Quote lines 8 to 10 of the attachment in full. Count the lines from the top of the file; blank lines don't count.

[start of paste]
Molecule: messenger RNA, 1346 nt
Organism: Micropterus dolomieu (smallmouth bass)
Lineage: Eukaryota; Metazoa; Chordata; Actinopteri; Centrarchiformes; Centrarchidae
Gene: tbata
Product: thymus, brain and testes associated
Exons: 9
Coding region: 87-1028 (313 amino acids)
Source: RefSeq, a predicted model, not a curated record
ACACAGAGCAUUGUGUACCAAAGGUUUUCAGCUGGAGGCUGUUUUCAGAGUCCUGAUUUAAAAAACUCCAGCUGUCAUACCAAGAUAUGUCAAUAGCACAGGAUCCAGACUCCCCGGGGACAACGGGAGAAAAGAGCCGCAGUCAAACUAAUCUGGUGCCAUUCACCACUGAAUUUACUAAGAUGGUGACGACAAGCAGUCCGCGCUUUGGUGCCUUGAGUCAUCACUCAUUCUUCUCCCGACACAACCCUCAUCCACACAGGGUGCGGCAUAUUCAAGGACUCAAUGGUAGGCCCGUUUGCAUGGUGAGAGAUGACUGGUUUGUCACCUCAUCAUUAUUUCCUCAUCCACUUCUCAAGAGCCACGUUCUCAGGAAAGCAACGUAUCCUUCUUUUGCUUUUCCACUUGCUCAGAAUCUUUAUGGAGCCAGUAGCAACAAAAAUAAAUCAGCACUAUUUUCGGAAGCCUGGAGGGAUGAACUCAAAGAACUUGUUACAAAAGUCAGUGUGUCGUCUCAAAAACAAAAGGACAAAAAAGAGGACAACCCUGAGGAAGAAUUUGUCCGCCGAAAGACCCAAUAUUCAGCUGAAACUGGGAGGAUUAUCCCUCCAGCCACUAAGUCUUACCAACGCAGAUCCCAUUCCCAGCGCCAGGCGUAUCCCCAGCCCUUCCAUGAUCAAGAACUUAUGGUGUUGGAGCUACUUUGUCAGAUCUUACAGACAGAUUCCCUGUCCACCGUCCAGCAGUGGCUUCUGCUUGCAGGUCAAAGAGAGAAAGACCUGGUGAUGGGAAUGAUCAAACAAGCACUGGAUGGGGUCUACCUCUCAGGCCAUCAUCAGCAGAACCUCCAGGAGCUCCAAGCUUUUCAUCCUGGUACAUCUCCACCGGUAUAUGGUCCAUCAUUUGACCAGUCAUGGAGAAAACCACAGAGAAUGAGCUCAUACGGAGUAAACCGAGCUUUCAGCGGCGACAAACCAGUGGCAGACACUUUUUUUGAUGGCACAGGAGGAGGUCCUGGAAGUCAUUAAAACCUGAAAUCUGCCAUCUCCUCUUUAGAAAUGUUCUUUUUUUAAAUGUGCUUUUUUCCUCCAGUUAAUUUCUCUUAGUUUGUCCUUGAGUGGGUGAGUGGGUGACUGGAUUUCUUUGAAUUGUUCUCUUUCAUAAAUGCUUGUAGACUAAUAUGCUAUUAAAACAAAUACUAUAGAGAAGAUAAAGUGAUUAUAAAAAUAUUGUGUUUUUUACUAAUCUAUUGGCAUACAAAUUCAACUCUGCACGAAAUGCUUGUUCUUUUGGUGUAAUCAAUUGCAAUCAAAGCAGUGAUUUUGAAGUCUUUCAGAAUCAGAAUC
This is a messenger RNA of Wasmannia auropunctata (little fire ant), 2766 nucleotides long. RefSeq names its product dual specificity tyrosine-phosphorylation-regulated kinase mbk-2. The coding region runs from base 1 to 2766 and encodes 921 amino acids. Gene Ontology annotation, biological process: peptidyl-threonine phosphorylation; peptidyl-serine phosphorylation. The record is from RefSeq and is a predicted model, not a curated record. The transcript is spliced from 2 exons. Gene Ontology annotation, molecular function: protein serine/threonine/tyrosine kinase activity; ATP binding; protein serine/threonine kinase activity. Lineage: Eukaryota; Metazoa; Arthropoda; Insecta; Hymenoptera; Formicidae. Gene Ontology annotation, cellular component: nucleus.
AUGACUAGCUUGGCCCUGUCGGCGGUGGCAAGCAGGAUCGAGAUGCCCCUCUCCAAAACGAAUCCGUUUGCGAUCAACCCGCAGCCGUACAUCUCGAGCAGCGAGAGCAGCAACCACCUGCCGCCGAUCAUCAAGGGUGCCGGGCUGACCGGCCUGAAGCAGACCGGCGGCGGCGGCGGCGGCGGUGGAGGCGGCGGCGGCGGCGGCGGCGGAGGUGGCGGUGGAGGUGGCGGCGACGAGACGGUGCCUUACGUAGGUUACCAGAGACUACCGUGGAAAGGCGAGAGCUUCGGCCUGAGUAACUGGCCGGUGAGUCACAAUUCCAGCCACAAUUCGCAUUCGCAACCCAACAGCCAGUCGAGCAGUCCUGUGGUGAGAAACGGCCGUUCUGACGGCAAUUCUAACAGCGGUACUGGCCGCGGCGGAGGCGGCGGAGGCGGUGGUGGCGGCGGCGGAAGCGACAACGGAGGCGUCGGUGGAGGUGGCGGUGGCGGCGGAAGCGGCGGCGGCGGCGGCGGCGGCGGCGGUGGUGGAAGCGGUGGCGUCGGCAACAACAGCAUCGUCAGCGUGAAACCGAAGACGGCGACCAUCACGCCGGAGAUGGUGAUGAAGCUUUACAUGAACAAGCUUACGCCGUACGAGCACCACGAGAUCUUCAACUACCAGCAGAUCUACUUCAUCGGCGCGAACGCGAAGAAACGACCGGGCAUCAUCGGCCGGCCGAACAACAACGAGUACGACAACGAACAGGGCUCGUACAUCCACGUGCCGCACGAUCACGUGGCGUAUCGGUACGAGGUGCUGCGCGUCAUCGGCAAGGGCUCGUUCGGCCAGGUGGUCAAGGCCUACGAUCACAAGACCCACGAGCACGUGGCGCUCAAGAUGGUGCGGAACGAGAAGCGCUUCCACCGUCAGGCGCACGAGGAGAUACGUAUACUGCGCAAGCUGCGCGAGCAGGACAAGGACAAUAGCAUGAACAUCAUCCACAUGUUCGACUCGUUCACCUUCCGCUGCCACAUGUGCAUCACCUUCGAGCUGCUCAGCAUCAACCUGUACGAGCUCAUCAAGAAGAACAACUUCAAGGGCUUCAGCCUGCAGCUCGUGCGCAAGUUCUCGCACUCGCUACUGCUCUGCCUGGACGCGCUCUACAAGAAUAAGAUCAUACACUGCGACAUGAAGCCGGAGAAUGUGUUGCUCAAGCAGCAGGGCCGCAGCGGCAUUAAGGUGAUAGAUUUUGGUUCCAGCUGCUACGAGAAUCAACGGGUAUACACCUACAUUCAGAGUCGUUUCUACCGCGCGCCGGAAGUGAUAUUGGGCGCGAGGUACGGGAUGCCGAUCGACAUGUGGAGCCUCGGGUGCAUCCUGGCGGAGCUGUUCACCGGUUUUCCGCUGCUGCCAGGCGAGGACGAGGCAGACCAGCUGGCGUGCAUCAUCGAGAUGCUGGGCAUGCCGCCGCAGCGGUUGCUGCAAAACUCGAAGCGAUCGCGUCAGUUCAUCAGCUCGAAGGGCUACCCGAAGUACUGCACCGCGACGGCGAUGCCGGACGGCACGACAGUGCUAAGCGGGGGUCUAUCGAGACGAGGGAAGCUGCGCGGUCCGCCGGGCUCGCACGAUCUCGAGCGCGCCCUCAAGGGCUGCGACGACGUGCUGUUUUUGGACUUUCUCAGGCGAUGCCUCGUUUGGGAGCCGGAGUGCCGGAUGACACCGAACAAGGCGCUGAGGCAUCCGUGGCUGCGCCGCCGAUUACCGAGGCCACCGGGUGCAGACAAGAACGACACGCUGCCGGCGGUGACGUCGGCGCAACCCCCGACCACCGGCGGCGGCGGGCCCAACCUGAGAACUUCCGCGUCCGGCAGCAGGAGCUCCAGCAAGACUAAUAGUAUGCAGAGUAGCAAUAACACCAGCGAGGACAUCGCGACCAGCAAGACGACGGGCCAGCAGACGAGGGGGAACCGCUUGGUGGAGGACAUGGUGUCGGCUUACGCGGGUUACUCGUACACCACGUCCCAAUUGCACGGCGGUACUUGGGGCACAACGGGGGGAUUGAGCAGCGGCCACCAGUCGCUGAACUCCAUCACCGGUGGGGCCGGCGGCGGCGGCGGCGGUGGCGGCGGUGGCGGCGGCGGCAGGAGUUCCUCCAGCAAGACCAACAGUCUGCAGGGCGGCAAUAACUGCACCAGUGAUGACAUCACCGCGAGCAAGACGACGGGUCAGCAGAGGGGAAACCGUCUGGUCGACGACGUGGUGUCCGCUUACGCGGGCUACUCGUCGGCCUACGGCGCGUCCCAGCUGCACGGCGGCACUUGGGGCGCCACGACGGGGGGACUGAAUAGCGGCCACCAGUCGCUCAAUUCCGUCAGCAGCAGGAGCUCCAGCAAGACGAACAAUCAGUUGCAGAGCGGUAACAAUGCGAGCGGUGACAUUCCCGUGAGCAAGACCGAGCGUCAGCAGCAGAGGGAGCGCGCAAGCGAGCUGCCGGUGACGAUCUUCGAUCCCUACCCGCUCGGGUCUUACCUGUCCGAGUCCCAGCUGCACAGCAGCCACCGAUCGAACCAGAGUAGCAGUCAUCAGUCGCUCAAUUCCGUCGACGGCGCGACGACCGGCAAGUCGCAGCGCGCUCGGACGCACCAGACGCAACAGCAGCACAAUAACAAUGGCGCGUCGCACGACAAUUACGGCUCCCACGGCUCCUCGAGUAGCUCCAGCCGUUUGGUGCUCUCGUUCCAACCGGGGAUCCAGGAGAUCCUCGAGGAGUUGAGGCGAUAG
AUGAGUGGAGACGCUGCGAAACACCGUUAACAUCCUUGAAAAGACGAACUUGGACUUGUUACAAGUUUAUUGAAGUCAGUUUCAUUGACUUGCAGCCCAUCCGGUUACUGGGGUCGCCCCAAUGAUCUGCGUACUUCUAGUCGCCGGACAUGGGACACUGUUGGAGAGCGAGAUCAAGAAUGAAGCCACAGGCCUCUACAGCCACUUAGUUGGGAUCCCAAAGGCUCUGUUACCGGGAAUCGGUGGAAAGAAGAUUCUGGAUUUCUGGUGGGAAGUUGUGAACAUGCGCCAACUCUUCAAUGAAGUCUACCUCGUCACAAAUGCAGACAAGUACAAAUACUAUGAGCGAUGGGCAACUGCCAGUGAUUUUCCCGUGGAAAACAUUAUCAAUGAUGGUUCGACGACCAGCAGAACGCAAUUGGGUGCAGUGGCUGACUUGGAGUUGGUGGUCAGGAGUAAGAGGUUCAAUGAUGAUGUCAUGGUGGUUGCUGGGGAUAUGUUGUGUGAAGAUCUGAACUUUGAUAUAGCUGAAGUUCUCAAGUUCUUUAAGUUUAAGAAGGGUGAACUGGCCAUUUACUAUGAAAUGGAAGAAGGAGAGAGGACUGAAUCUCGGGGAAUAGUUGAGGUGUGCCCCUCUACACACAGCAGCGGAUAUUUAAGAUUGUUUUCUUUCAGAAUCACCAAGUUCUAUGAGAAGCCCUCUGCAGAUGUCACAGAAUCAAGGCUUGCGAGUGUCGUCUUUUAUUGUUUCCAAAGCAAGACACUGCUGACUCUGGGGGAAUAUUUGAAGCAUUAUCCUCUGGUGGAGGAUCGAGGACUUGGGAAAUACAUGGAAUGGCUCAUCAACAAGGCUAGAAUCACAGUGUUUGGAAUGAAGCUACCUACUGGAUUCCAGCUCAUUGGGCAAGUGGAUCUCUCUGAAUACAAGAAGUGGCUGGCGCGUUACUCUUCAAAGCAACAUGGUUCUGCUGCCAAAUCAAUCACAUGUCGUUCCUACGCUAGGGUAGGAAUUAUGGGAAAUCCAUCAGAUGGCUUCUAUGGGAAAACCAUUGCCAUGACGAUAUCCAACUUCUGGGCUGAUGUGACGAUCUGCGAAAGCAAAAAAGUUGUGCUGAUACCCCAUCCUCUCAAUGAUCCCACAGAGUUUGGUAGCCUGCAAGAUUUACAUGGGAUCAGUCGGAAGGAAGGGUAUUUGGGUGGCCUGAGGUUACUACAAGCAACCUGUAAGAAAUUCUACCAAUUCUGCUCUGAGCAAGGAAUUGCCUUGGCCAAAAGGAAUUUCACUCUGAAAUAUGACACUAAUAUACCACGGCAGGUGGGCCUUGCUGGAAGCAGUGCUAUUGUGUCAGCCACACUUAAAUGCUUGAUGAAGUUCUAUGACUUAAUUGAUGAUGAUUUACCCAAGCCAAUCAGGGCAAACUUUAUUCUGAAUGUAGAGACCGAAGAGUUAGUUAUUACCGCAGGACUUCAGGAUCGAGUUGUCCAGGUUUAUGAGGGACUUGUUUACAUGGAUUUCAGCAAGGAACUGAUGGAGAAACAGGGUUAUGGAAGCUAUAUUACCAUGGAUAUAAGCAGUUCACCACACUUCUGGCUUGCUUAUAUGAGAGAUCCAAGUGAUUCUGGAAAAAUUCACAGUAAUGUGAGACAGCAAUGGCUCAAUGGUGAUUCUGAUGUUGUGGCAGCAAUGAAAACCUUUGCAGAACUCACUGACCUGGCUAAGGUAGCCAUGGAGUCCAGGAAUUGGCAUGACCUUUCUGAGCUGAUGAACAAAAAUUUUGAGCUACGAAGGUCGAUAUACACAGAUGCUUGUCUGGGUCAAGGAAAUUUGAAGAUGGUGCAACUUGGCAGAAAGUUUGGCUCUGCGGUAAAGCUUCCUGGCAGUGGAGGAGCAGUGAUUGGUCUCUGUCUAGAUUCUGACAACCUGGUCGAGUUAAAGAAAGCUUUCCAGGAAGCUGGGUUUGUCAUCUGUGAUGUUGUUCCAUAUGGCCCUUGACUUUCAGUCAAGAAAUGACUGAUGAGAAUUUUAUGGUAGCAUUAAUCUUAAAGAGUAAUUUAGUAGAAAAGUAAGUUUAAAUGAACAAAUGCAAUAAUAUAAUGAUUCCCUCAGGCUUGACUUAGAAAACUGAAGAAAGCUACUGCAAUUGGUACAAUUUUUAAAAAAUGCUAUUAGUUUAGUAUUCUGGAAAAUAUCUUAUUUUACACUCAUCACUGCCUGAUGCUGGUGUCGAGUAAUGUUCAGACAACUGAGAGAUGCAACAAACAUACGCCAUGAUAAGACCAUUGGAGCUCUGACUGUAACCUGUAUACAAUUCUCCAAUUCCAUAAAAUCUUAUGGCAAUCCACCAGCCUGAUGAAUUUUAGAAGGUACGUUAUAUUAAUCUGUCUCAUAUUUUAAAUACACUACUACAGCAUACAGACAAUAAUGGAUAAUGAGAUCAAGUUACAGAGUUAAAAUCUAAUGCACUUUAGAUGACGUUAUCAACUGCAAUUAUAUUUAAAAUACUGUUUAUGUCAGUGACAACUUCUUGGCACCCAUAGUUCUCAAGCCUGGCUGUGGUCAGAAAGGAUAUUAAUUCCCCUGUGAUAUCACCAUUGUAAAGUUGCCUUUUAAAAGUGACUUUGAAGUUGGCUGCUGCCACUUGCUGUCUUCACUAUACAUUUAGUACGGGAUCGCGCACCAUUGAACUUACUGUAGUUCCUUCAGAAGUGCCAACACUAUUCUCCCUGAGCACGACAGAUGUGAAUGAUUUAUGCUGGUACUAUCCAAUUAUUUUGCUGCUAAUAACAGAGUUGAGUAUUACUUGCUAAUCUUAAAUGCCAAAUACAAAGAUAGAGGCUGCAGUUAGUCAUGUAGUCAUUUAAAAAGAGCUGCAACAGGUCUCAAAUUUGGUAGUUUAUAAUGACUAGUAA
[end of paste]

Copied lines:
Source: RefSeq, a predicted model, not a curated record
ACACAGAGCAUUGUGUACCAAAGGUUUUCAGCUGGAGGCUGUUUUCAGAGUCCUGAUUUAAAAAACUCCAGCUGUCAUACCAAGAUAUGUCAAUAGCACAGGAUCCAGACUCCCCGGGGACAACGGGAGAAAAGAGCCGCAGUCAAACUAAUCUGGUGCCAUUCACCACUGAAUUUACUAAGAUGGUGACGACAAGCAGUCCGCGCUUUGGUGCCUUGAGUCAUCACUCAUUCUUCUCCCGACACAACCCUCAUCCACACAGGGUGCGGCAUAUUCAAGGACUCAAUGGUAGGCCCGUUUGCAUGGUGAGAGAUGACUGGUUUGUCACCUCAUCAUUAUUUCCUCAUCCACUUCUCAAGAGCCACGUUCUCAGGAAAGCAACGUAUCCUUCUUUUGCUUUUCCACUUGCUCAGAAUCUUUAUGGAGCCAGUAGCAACAAAAAUAAAUCAGCACUAUUUUCGGAAGCCUGGAGGGAUGAACUCAAAGAACUUGUUACAAAAGUCAGUGUGUCGUCUCAAAAACAAAAGGACAAAAAAGAGGACAACCCUGAGGAAGAAUUUGUCCGCCGAAAGACCCAAUAUUCAGCUGAAACUGGGAGGAUUAUCCCUCCAGCCACUAAGUCUUACCAACGCAGAUCCCAUUCCCAGCGCCAGGCGUAUCCCCAGCCCUUCCAUGAUCAAGAACUUAUGGUGUUGGAGCUACUUUGUCAGAUCUUACAGACAGAUUCCCUGUCCACCGUCCAGCAGUGGCUUCUGCUUGCAGGUCAAAGAGAGAAAGACCUGGUGAUGGGAAUGAUCAAACAAGCACUGGAUGGGGUCUACCUCUCAGGCCAUCAUCAGCAGAACCUCCAGGAGCUCCAAGCUUUUCAUCCUGGUACAUCUCCACCGGUAUAUGGUCCAUCAUUUGACCAGUCAUGGAGAAAACCACAGAGAAUGAGCUCAUACGGAGUAAACCGAGCUUUCAGCGGCGACAAACCAGUGGCAGACACUUUUUUUGAUGGCACAGGAGGAGGUCCUGGAAGUCAUUAAAACCUGAAAUCUGCCAUCUCCUCUUUAGAAAUGUUCUUUUUUUAAAUGUGCUUUUUUCCUCCAGUUAAUUUCUCUUAGUUUGUCCUUGAGUGGGUGAGUGGGUGACUGGAUUUCUUUGAAUUGUUCUCUUUCAUAAAUGCUUGUAGACUAAUAUGCUAUUAAAACAAAUACUAUAGAGAAGAUAAAGUGAUUAUAAAAAUAUUGUGUUUUUUACUAAUCUAUUGGCAUACAAAUUCAACUCUGCACGAAAUGCUUGUUCUUUUGGUGUAAUCAAUUGCAAUCAAAGCAGUGAUUUUGAAGUCUUUCAGAAUCAGAAUC
This is a messenger RNA of Wasmannia auropunctata (little fire ant), 2766 nucleotides long. RefSeq names its product dual specificity tyrosine-phosphorylation-regulated kinase mbk-2. The coding region runs from base 1 to 2766 and encodes 921 amino acids. Gene Ontology annotation, biological process: peptidyl-threonine phosphorylation; peptidyl-serine phosphorylation. The record is from RefSeq and is a predicted model, not a curated record. The transcript is spliced from 2 exons. Gene Ontology annotation, molecular function: protein serine/threonine/tyrosine kinase activity; ATP binding; protein serine/threonine kinase activity. Lineage: Eukaryota; Metazoa; Arthropoda; Insecta; Hymenoptera; Formicidae. Gene Ontology annotation, cellular component: nucleus.